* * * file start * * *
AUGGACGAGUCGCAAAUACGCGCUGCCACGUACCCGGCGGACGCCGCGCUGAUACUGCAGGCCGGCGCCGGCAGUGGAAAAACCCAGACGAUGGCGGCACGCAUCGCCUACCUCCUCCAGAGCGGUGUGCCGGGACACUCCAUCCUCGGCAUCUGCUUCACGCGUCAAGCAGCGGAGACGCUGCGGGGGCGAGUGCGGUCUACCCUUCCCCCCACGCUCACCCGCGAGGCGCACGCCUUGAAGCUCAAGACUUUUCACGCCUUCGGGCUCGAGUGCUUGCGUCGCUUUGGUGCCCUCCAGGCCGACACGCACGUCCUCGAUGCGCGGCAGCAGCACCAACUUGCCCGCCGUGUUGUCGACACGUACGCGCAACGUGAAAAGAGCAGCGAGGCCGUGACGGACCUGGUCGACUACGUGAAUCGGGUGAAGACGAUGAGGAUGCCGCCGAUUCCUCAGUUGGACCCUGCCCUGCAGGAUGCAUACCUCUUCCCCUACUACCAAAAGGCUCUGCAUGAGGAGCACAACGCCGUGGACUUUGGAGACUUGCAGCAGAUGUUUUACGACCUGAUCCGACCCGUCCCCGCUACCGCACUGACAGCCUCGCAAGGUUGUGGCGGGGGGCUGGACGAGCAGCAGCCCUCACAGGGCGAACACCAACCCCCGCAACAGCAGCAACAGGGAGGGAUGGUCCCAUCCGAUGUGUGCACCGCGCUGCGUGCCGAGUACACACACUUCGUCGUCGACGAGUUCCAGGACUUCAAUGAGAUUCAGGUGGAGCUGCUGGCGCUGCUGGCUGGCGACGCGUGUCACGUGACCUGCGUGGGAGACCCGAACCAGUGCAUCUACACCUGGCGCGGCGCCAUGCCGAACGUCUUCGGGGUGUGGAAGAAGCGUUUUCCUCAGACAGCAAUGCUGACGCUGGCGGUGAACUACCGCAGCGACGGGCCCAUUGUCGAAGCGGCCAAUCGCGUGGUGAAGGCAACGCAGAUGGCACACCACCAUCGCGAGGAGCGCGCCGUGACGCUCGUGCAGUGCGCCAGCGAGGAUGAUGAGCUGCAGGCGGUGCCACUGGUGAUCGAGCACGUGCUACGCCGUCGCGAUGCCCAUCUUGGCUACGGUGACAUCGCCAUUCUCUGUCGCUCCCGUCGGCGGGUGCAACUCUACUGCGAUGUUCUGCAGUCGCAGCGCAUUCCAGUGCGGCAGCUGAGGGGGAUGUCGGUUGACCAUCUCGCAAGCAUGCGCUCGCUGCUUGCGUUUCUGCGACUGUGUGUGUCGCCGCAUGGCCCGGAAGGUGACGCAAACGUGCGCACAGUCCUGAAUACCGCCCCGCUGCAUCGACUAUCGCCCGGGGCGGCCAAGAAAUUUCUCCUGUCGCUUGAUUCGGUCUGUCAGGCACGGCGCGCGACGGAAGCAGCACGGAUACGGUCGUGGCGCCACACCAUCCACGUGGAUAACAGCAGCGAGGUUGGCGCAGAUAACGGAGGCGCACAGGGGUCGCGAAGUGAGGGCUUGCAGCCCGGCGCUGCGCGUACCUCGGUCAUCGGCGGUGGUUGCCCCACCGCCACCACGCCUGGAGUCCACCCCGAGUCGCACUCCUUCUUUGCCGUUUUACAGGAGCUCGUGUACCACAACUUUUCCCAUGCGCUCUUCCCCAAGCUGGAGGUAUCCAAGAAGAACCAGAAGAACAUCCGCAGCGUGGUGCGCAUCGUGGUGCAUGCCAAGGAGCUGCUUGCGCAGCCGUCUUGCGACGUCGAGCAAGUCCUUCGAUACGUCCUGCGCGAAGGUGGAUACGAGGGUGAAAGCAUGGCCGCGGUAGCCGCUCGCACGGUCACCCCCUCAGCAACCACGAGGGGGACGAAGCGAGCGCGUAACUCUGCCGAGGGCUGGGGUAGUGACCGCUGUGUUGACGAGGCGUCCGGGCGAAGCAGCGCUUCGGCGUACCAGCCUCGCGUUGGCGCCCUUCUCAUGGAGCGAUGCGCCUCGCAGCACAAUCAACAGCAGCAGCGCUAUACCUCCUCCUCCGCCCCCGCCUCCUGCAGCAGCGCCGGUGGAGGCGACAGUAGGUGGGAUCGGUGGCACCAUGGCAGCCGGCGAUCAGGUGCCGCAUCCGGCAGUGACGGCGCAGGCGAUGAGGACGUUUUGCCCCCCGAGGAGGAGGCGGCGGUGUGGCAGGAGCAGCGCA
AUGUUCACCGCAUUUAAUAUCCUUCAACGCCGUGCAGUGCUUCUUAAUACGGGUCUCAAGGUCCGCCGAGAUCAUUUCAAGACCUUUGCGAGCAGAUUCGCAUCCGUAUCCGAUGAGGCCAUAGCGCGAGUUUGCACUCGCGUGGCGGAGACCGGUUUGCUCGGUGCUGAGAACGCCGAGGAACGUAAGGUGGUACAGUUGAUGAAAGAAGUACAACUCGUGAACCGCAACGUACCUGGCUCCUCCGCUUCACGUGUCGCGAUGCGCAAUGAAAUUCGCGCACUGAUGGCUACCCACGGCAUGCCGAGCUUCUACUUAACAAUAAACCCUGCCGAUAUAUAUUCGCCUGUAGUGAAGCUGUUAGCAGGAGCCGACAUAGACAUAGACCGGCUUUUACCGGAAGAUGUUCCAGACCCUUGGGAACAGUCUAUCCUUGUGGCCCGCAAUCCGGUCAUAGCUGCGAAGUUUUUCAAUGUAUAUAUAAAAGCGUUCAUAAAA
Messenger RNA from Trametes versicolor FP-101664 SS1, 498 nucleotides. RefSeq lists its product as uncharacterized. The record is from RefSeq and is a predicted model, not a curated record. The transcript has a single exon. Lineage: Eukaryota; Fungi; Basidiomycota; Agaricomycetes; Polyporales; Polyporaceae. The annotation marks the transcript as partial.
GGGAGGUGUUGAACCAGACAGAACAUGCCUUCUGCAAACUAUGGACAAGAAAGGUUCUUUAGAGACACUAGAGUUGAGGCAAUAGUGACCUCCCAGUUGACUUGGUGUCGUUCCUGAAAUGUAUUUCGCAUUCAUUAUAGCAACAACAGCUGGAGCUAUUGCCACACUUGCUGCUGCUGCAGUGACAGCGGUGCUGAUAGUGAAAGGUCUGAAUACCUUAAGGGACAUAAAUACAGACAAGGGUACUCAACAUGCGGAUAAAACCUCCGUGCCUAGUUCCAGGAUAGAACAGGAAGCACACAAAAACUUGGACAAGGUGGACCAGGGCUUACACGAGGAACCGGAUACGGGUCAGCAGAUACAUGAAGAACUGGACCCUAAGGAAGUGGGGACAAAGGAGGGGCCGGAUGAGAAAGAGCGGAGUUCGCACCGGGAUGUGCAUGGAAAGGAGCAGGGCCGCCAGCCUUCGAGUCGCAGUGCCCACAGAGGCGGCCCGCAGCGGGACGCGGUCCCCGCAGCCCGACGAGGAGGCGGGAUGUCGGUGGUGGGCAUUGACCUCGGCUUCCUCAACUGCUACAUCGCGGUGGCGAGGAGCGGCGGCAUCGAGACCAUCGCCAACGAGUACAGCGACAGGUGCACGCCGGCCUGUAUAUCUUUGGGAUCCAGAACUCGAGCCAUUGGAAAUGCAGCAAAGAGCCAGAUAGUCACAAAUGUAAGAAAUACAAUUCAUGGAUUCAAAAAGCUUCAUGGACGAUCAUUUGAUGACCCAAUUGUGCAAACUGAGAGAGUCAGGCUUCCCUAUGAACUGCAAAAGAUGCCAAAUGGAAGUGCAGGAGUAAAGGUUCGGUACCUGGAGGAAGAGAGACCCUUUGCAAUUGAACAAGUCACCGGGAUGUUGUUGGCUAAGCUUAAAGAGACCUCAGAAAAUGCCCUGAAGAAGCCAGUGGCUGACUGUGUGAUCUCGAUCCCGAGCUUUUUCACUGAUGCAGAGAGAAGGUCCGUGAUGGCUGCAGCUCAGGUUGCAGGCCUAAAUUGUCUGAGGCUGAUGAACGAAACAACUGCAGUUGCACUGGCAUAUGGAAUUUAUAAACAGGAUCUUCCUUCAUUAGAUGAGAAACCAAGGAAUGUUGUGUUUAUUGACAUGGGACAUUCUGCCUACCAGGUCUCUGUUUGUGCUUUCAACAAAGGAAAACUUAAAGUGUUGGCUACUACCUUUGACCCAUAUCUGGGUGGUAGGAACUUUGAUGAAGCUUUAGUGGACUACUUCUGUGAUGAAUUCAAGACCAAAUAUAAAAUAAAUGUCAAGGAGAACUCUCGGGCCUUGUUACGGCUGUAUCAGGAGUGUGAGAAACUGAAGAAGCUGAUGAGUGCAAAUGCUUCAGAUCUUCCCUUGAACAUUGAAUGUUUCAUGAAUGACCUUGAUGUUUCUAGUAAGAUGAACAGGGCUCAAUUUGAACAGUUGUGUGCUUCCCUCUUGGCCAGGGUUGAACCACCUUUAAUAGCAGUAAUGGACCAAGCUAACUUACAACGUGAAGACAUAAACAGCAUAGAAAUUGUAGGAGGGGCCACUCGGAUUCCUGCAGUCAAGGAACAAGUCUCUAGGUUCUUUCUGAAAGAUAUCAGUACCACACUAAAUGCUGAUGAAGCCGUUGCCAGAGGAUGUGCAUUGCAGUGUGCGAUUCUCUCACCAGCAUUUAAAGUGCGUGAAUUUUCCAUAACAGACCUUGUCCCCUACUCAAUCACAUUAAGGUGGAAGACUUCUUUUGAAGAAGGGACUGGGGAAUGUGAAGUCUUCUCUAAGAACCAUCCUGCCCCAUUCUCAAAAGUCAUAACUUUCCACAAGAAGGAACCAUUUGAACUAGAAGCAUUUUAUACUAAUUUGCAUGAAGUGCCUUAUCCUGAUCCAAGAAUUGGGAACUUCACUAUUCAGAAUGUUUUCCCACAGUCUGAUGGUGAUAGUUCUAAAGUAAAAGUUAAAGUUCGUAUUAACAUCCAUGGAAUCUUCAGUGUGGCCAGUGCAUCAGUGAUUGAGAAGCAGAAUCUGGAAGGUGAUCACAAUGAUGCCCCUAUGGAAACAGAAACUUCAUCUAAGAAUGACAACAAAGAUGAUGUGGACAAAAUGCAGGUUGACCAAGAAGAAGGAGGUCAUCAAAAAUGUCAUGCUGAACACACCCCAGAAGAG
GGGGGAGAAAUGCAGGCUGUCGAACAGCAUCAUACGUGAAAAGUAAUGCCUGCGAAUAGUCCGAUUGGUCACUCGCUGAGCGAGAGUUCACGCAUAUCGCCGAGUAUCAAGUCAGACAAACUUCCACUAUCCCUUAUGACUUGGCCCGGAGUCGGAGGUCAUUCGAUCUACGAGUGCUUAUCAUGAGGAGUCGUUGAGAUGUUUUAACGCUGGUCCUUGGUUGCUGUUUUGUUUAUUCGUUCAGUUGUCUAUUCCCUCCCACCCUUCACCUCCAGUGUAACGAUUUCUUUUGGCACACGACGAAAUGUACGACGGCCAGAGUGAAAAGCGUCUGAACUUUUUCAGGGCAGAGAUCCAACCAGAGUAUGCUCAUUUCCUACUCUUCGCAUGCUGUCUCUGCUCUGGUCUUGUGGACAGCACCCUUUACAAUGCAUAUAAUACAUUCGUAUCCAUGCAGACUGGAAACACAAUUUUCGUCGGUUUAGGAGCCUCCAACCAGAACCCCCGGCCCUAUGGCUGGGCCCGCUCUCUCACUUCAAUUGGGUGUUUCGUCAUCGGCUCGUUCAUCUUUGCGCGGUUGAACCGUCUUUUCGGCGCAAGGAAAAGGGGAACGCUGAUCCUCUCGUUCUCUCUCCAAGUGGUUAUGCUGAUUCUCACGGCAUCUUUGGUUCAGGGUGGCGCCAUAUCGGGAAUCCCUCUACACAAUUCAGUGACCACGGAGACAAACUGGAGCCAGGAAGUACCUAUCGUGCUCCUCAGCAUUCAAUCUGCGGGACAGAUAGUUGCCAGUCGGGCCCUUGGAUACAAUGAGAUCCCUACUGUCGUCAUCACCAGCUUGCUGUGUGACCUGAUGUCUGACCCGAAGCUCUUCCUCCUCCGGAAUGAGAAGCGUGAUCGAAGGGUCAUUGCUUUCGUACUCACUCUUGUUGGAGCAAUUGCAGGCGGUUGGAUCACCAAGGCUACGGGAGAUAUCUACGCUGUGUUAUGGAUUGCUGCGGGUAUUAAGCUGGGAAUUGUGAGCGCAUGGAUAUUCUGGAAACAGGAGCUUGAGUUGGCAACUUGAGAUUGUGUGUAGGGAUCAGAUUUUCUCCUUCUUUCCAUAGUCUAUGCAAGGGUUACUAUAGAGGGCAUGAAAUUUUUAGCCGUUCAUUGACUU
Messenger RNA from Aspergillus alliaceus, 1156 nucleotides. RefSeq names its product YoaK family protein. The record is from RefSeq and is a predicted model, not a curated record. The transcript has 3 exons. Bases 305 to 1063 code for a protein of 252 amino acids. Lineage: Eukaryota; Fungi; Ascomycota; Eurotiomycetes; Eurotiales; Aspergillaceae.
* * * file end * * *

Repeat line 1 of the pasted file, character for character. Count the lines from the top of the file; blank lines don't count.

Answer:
AUGGACGAGUCGCAAAUACGCGCUGCCACGUACCCGGCGGACGCCGCGCUGAUACUGCAGGCCGGCGCCGGCAGUGGAAAAACCCAGACGAUGGCGGCACGCAUCGCCUACCUCCUCCAGAGCGGUGUGCCGGGACACUCCAUCCUCGGCAUCUGCUUCACGCGUCAAGCAGCGGAGACGCUGCGGGGGCGAGUGCGGUCUACCCUUCCCCCCACGCUCACCCGCGAGGCGCACGCCUUGAAGCUCAAGACUUUUCACGCCUUCGGGCUCGAGUGCUUGCGUCGCUUUGGUGCCCUCCAGGCCGACACGCACGUCCUCGAUGCGCGGCAGCAGCACCAACUUGCCCGCCGUGUUGUCGACACGUACGCGCAACGUGAAAAGAGCAGCGAGGCCGUGACGGACCUGGUCGACUACGUGAAUCGGGUGAAGACGAUGAGGAUGCCGCCGAUUCCUCAGUUGGACCCUGCCCUGCAGGAUGCAUACCUCUUCCCCUACUACCAAAAGGCUCUGCAUGAGGAGCACAACGCCGUGGACUUUGGAGACUUGCAGCAGAUGUUUUACGACCUGAUCCGACCCGUCCCCGCUACCGCACUGACAGCCUCGCAAGGUUGUGGCGGGGGGCUGGACGAGCAGCAGCCCUCACAGGGCGAACACCAACCCCCGCAACAGCAGCAACAGGGAGGGAUGGUCCCAUCCGAUGUGUGCACCGCGCUGCGUGCCGAGUACACACACUUCGUCGUCGACGAGUUCCAGGACUUCAAUGAGAUUCAGGUGGAGCUGCUGGCGCUGCUGGCUGGCGACGCGUGUCACGUGACCUGCGUGGGAGACCCGAACCAGUGCAUCUACACCUGGCGCGGCGCCAUGCCGAACGUCUUCGGGGUGUGGAAGAAGCGUUUUCCUCAGACAGCAAUGCUGACGCUGGCGGUGAACUACCGCAGCGACGGGCCCAUUGUCGAAGCGGCCAAUCGCGUGGUGAAGGCAACGCAGAUGGCACACCACCAUCGCGAGGAGCGCGCCGUGACGCUCGUGCAGUGCGCCAGCGAGGAUGAUGAGCUGCAGGCGGUGCCACUGGUGAUCGAGCACGUGCUACGCCGUCGCGAUGCCCAUCUUGGCUACGGUGACAUCGCCAUUCUCUGUCGCUCCCGUCGGCGGGUGCAACUCUACUGCGAUGUUCUGCAGUCGCAGCGCAUUCCAGUGCGGCAGCUGAGGGGGAUGUCGGUUGACCAUCUCGCAAGCAUGCGCUCGCUGCUUGCGUUUCUGCGACUGUGUGUGUCGCCGCAUGGCCCGGAAGGUGACGCAAACGUGCGCACAGUCCUGAAUACCGCCCCGCUGCAUCGACUAUCGCCCGGGGCGGCCAAGAAAUUUCUCCUGUCGCUUGAUUCGGUCUGUCAGGCACGGCGCGCGACGGAAGCAGCACGGAUACGGUCGUGGCGCCACACCAUCCACGUGGAUAACAGCAGCGAGGUUGGCGCAGAUAACGGAGGCGCACAGGGGUCGCGAAGUGAGGGCUUGCAGCCCGGCGCUGCGCGUACCUCGGUCAUCGGCGGUGGUUGCCCCACCGCCACCACGCCUGGAGUCCACCCCGAGUCGCACUCCUUCUUUGCCGUUUUACAGGAGCUCGUGUACCACAACUUUUCCCAUGCGCUCUUCCCCAAGCUGGAGGUAUCCAAGAAGAACCAGAAGAACAUCCGCAGCGUGGUGCGCAUCGUGGUGCAUGCCAAGGAGCUGCUUGCGCAGCCGUCUUGCGACGUCGAGCAAGUCCUUCGAUACGUCCUGCGCGAAGGUGGAUACGAGGGUGAAAGCAUGGCCGCGGUAGCCGCUCGCACGGUCACCCCCUCAGCAACCACGAGGGGGACGAAGCGAGCGCGUAACUCUGCCGAGGGCUGGGGUAGUGACCGCUGUGUUGACGAGGCGUCCGGGCGAAGCAGCGCUUCGGCGUACCAGCCUCGCGUUGGCGCCCUUCUCAUGGAGCGAUGCGCCUCGCAGCACAAUCAACAGCAGCAGCGCUAUACCUCCUCCUCCGCCCCCGCCUCCUGCAGCAGCGCCGGUGGAGGCGACAGUAGGUGGGAUCGGUGGCACCAUGGCAGCCGGCGAUCAGGUGCCGCAUCCGGCAGUGACGGCGCAGGCGAUGAGGACGUUUUGCCCCCCGAGGAGGAGGCGGCGGUGUGGCAGGAGCAGCGCA